Monologist Cornelia Otis Skinner: Two Scintillating Performances

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Cornelia Otis Skinner, circa 1930s-1950s.

One of the few practitioners of monology, Cornelia Otis Skinner does not give a customary sales pitch at this 1951 Books and Authors Luncheon, instead reproducing "what goes on in the mind of the subscriber to the Friday symphony who goes to the concert by herself."

Playing to an audience of ladies who do, indeed, "lunch," the skit takes on a strange poignancy as its unnamed heroine, exhausted from shopping, kicks off her shoes, calls her fellow subscribers "silly old hens," and then, between bouts of somewhat forced music appreciation for "glorious" Beethoven, begins to dwell upon such subjects as her husband's suspected dalliance with a fellow member of the country club, her own frustrations ("I bet I could 'ping' a triangle"), and a recent flirtation of her own. All through this she returns to the music, going into ecstasies over "that familiar part that's so familiar," as the tone gradually darkens to include fantasies about losing her mind and running onstage to kiss the conductor and brooding over her son, whom she recently found crying in bed. Her husband said it was just "growing pains," at which she wonders, "When do growing pains stop, for any of us?" At the end, as she frantically searches for one of her shoes, which seems to have wandered off on its own, she realizes she's been listening this whole time not to Beethoven, but Brahms.

Another of Skinner's monologues broadcast over WNYC, "Times Square at the Theater Hour" (below), is "a group portrait," starting with a chewing gum vendor and wending its way across the entire social spectrum of the Great White Way, from working-class girls with Brooklyn accents, to drawling aristocratic ladies, to a Southern belle ("I just think these electric lights are the cutest thing"), all interspersed with snippets of Gershwin's "Rhapsody in Blue." Finally we come full circle, hearing a desperate  junkie being arrested by a policeman before the doleful cry of the chewing gum vendor resumes its plea. Then, extending her already impressive range even further, Skinner concludes with an emotional recitation of the Belgian poet Emile Verhaeren's "Le Vent," in French.


Born in 1899, Skinner was a child of the theater. Her father, Otis Skinner, was a well-known matinee idol. Her mother, Maud Durbin, was an actress as well. Skinner began her career writing "Captain Fury" (1925), a play for her father. Able to procure only small parts in theater herself, she then concentrated on writing monologues, which she performed with increasing success. As the Gale Encyclopedia of Biography reports:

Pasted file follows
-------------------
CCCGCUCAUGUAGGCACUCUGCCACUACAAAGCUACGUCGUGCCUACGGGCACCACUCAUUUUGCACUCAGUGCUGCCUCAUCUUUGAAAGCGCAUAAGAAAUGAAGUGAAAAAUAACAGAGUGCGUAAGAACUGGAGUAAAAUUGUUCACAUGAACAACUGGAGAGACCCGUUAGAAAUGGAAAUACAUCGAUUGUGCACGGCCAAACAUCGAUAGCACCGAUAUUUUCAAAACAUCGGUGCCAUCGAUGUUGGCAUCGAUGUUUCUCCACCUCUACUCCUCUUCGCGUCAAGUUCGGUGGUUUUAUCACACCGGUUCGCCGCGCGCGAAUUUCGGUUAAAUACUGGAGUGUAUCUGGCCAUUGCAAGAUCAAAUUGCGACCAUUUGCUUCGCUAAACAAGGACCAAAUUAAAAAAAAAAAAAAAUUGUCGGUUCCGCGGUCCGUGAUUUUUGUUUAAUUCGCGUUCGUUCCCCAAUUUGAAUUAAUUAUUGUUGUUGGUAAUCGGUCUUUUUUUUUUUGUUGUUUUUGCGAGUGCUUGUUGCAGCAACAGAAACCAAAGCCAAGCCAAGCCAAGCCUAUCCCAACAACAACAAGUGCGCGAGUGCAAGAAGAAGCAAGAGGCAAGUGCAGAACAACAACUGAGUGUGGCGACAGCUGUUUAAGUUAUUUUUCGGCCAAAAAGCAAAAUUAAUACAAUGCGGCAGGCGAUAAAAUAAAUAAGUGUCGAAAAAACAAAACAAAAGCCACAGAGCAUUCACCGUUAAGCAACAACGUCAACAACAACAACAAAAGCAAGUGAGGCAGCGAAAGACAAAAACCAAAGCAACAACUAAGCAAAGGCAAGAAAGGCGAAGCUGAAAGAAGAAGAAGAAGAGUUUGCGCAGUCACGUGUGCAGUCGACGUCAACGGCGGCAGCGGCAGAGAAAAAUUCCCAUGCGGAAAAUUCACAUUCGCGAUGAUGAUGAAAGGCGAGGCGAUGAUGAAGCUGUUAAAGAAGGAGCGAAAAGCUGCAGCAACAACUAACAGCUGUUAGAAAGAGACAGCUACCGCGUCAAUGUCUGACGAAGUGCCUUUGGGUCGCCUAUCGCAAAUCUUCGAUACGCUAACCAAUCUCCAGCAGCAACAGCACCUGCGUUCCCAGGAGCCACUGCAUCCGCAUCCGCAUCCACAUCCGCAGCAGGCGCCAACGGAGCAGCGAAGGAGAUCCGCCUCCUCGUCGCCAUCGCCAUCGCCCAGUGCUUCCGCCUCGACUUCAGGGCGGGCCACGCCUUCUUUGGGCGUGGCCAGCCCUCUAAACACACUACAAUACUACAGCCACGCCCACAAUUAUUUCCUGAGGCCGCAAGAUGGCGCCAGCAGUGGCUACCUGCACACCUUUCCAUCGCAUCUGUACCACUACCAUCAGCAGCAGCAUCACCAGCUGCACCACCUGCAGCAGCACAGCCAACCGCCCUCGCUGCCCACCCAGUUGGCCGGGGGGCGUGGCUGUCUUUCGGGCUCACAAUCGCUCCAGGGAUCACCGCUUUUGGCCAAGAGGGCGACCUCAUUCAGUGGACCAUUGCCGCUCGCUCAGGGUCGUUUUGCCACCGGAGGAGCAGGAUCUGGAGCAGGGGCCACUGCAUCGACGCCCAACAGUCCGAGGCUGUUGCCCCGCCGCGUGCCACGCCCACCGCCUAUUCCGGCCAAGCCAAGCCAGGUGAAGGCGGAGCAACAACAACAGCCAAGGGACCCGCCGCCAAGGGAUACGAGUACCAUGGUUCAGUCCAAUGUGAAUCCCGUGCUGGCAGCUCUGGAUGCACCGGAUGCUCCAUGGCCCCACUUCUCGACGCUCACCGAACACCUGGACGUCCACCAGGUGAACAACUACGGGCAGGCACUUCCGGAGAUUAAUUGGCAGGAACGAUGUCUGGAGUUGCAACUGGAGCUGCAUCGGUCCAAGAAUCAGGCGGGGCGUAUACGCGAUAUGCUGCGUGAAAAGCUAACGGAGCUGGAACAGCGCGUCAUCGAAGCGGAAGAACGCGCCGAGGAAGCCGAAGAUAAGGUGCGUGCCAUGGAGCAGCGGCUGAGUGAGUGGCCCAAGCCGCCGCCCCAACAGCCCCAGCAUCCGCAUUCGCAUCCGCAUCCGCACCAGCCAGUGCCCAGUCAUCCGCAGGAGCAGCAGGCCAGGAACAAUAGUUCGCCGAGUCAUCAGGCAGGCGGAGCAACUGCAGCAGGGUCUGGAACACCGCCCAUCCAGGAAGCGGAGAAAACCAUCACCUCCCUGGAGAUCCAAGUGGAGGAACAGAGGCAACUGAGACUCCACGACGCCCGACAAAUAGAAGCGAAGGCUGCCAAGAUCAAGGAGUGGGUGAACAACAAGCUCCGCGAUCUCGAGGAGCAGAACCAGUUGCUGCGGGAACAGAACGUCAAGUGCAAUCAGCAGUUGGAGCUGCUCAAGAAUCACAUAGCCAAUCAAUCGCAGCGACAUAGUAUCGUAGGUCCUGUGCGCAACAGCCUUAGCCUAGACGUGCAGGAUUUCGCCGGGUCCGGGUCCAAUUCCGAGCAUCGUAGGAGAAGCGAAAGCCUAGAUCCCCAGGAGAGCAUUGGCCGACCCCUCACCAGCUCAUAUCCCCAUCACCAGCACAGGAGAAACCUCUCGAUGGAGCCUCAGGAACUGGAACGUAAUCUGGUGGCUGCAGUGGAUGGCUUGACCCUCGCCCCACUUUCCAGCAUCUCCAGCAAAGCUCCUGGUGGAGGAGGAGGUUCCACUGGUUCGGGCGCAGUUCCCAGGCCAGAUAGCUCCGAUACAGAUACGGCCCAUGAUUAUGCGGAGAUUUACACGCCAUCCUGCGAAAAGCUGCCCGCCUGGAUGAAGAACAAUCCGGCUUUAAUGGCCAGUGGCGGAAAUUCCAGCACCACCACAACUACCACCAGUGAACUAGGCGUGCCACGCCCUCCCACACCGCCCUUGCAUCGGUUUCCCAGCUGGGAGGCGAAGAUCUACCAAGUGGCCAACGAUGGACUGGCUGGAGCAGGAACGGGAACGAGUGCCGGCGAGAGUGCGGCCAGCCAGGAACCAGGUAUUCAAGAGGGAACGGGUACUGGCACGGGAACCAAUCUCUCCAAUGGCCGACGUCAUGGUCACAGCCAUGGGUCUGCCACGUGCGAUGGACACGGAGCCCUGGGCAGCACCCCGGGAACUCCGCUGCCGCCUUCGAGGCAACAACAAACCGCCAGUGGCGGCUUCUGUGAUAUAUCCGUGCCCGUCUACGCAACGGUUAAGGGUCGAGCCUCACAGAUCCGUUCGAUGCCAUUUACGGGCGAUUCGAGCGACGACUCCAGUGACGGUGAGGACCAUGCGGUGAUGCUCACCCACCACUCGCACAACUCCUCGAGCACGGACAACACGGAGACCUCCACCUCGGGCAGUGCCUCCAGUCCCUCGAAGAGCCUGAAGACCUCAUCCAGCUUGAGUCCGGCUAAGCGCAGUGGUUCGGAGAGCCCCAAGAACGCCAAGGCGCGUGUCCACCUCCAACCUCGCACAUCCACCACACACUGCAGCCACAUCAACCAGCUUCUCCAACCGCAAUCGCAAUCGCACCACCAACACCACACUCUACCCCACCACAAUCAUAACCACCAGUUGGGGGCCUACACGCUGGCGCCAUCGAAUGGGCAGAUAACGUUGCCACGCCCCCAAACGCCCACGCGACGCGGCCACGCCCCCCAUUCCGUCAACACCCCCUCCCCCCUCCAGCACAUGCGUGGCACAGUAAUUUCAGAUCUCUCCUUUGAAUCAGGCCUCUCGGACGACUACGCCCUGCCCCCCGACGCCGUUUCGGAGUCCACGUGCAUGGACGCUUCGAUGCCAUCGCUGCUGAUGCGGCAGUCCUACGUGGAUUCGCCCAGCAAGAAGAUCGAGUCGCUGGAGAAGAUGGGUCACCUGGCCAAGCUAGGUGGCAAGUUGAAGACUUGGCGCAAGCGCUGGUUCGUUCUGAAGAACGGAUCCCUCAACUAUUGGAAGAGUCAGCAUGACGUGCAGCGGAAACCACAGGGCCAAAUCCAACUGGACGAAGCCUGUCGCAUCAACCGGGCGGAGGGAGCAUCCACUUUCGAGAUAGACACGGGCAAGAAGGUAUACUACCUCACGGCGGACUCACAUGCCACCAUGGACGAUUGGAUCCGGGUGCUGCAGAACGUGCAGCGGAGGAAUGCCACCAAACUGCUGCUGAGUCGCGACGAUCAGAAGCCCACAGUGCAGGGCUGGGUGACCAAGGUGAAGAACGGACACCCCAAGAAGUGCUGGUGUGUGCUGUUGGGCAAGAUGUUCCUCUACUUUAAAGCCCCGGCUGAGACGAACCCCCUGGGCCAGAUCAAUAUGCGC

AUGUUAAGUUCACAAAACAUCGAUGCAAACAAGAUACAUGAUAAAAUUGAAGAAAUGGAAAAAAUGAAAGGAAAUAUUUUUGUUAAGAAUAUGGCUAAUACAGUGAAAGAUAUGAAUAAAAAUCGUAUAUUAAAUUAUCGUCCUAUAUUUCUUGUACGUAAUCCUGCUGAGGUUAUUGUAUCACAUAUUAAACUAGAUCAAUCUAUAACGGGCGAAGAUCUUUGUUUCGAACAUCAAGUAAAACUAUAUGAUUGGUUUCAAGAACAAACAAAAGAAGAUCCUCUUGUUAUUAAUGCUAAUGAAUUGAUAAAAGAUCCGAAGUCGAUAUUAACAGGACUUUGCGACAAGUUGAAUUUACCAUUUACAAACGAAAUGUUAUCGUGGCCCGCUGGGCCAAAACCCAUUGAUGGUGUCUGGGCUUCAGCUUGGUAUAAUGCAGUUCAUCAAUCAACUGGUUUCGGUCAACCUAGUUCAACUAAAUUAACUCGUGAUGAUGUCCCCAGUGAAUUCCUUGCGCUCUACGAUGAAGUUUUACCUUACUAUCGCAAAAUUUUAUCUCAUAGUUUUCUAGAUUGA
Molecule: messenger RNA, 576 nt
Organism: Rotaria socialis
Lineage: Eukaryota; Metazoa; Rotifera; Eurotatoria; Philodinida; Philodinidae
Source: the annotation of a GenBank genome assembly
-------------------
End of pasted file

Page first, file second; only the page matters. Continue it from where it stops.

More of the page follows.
Skinner enthralled her audiences with her uncanny ability to switch characters with only a simple prop or a slight change in posture. Although many of her monodramas were set in places foreign to her audiences, Skinner enjoyed touring the United States, performing in small towns for people seldom exposed to the theater. Her sharp wit and insightful humor into the everyday occurrences in life appealed to a wide audience. It was this insight that made Skinner a monologist unmatched in her day.

Eventually, Skinner's career as a stage actress prospered as well. She was a mainstay of Broadway for over three decades, appearing in such successes as "Candida" (1939), "Theater" (1941), and "The Pleasure of His Company" (1958), which she also co-wrote. At the same time she wrote light verse and humor for, among other magazines, The New Yorker, as well as essays, biographies, and novels. One of her most successful productions was produced in collaboration with Emily Kimbrough. Our Hearts Were Young and Gay (1942) is the record of a European tour taken by two Bryn Mawr girls in the 1920s. It was a best-seller, later turned into a film and also dramatized onstage. Other books include a collection of her humorous pieces, That’s Me All Over (1941), as well as a well-received biography of Sarah Bernhardt, Madame Sarah (1967). 

But it was for her monologues that Skinner was most appreciated. More than mere impersonation, they are sly social commentary, yet also exercises in sympathy. Skinner was, in addition to being a well-known writer and performer, a suburban housewife and mother. The laughter from the "live" section of this performance is not cruel or nervous, but knowing. As The New York Times reported in Skinner's obituary, she was an artist:

…whose humor masked her often acerbic observations on customs and times, [who] wrote and delivered her own material for the theater, providing laughter that was also a balm for her barbs. This talent made her one of the favorite stage personalities of devoted audiences for more than 35 years.

How she managed to balance such competing lives is an intriguing question. However, as her gift for taking on other personae suggests, she was not a "tell all" kind of artist. As she herself once put it, "One learns in life to keep silent and draw one's own confusions."

Skinner died in 1979 at age  78.


Audio courtesy of the NYC Municipal Archives WNYC Collection.